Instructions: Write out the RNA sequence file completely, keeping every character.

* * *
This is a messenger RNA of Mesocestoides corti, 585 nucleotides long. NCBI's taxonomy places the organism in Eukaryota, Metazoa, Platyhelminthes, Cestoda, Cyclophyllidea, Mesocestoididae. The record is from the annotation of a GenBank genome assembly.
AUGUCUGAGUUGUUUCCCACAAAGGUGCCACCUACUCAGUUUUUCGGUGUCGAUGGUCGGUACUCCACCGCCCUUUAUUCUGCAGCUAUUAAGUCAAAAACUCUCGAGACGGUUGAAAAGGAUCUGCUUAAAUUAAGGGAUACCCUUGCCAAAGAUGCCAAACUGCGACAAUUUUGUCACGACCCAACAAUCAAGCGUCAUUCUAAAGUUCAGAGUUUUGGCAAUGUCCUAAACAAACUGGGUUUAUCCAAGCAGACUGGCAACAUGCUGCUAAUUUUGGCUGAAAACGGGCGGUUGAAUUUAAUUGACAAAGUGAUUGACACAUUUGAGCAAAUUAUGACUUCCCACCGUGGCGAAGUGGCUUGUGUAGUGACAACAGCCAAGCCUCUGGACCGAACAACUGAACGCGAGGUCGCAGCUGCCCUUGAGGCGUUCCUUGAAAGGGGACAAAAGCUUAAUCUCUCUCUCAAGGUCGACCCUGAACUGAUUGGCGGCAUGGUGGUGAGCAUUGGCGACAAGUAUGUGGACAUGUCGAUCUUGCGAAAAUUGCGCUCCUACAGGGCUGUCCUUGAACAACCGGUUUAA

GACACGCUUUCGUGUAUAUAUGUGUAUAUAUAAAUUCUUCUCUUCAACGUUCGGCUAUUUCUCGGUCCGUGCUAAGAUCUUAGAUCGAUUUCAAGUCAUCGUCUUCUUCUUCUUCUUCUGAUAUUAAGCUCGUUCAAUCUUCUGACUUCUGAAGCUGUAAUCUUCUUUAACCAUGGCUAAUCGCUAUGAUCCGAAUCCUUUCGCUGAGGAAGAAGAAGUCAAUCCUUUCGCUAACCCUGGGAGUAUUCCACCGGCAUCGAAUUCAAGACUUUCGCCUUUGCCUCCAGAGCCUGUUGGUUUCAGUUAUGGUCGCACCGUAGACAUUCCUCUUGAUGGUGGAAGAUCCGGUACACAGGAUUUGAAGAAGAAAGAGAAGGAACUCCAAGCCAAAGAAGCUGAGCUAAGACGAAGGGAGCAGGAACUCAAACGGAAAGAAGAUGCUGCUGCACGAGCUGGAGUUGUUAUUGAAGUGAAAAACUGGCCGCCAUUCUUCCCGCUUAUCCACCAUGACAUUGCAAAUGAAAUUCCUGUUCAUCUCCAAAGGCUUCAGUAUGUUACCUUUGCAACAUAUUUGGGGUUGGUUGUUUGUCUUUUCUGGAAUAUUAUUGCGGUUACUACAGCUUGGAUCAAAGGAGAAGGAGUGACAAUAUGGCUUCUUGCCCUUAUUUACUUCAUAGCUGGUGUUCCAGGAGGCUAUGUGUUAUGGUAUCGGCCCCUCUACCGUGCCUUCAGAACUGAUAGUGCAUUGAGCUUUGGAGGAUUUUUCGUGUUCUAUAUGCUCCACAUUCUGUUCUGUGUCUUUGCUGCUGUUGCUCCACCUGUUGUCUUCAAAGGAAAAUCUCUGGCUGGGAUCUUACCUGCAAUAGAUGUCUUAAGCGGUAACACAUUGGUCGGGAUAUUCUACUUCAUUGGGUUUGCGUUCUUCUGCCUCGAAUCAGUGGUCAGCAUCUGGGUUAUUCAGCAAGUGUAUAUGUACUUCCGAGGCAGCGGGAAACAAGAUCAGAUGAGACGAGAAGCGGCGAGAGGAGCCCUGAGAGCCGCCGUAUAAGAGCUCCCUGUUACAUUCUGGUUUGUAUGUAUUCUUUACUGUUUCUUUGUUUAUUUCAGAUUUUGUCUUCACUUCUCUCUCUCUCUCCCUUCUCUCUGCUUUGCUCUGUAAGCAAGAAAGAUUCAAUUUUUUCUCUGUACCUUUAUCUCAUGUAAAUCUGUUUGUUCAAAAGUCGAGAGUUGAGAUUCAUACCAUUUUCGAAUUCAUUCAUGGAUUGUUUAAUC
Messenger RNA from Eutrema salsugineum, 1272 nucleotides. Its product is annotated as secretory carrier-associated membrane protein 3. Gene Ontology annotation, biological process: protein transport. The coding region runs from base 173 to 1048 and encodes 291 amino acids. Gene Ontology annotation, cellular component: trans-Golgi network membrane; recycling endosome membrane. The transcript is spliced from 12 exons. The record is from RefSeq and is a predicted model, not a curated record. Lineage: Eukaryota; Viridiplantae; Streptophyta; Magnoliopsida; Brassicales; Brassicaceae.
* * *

This is a messenger RNA of Mesocestoides corti, 585 nucleotides long. NCBI's taxonomy places the organism in Eukaryota, Metazoa, Platyhelminthes, Cestoda, Cyclophyllidea, Mesocestoididae. The record is from the annotation of a GenBank genome assembly.
AUGUCUGAGUUGUUUCCCACAAAGGUGCCACCUACUCAGUUUUUCGGUGUCGAUGGUCGGUACUCCACCGCCCUUUAUUCUGCAGCUAUUAAGUCAAAAACUCUCGAGACGGUUGAAAAGGAUCUGCUUAAAUUAAGGGAUACCCUUGCCAAAGAUGCCAAACUGCGACAAUUUUGUCACGACCCAACAAUCAAGCGUCAUUCUAAAGUUCAGAGUUUUGGCAAUGUCCUAAACAAACUGGGUUUAUCCAAGCAGACUGGCAACAUGCUGCUAAUUUUGGCUGAAAACGGGCGGUUGAAUUUAAUUGACAAAGUGAUUGACACAUUUGAGCAAAUUAUGACUUCCCACCGUGGCGAAGUGGCUUGUGUAGUGACAACAGCCAAGCCUCUGGACCGAACAACUGAACGCGAGGUCGCAGCUGCCCUUGAGGCGUUCCUUGAAAGGGGACAAAAGCUUAAUCUCUCUCUCAAGGUCGACCCUGAACUGAUUGGCGGCAUGGUGGUGAGCAUUGGCGACAAGUAUGUGGACAUGUCGAUCUUGCGAAAAUUGCGCUCCUACAGGGCUGUCCUUGAACAACCGGUUUAA

GACACGCUUUCGUGUAUAUAUGUGUAUAUAUAAAUUCUUCUCUUCAACGUUCGGCUAUUUCUCGGUCCGUGCUAAGAUCUUAGAUCGAUUUCAAGUCAUCGUCUUCUUCUUCUUCUUCUGAUAUUAAGCUCGUUCAAUCUUCUGACUUCUGAAGCUGUAAUCUUCUUUAACCAUGGCUAAUCGCUAUGAUCCGAAUCCUUUCGCUGAGGAAGAAGAAGUCAAUCCUUUCGCUAACCCUGGGAGUAUUCCACCGGCAUCGAAUUCAAGACUUUCGCCUUUGCCUCCAGAGCCUGUUGGUUUCAGUUAUGGUCGCACCGUAGACAUUCCUCUUGAUGGUGGAAGAUCCGGUACACAGGAUUUGAAGAAGAAAGAGAAGGAACUCCAAGCCAAAGAAGCUGAGCUAAGACGAAGGGAGCAGGAACUCAAACGGAAAGAAGAUGCUGCUGCACGAGCUGGAGUUGUUAUUGAAGUGAAAAACUGGCCGCCAUUCUUCCCGCUUAUCCACCAUGACAUUGCAAAUGAAAUUCCUGUUCAUCUCCAAAGGCUUCAGUAUGUUACCUUUGCAACAUAUUUGGGGUUGGUUGUUUGUCUUUUCUGGAAUAUUAUUGCGGUUACUACAGCUUGGAUCAAAGGAGAAGGAGUGACAAUAUGGCUUCUUGCCCUUAUUUACUUCAUAGCUGGUGUUCCAGGAGGCUAUGUGUUAUGGUAUCGGCCCCUCUACCGUGCCUUCAGAACUGAUAGUGCAUUGAGCUUUGGAGGAUUUUUCGUGUUCUAUAUGCUCCACAUUCUGUUCUGUGUCUUUGCUGCUGUUGCUCCACCUGUUGUCUUCAAAGGAAAAUCUCUGGCUGGGAUCUUACCUGCAAUAGAUGUCUUAAGCGGUAACACAUUGGUCGGGAUAUUCUACUUCAUUGGGUUUGCGUUCUUCUGCCUCGAAUCAGUGGUCAGCAUCUGGGUUAUUCAGCAAGUGUAUAUGUACUUCCGAGGCAGCGGGAAACAAGAUCAGAUGAGACGAGAAGCGGCGAGAGGAGCCCUGAGAGCCGCCGUAUAAGAGCUCCCUGUUACAUUCUGGUUUGUAUGUAUUCUUUACUGUUUCUUUGUUUAUUUCAGAUUUUGUCUUCACUUCUCUCUCUCUCUCCCUUCUCUCUGCUUUGCUCUGUAAGCAAGAAAGAUUCAAUUUUUUCUCUGUACCUUUAUCUCAUGUAAAUCUGUUUGUUCAAAAGUCGAGAGUUGAGAUUCAUACCAUUUUCGAAUUCAUUCAUGGAUUGUUUAAUC
Messenger RNA from Eutrema salsugineum, 1272 nucleotides. Its product is annotated as secretory carrier-associated membrane protein 3. Gene Ontology annotation, biological process: protein transport. The coding region runs from base 173 to 1048 and encodes 291 amino acids. Gene Ontology annotation, cellular component: trans-Golgi network membrane; recycling endosome membrane. The transcript is spliced from 12 exons. The record is from RefSeq and is a predicted model, not a curated record. Lineage: Eukaryota; Viridiplantae; Streptophyta; Magnoliopsida; Brassicales; Brassicaceae.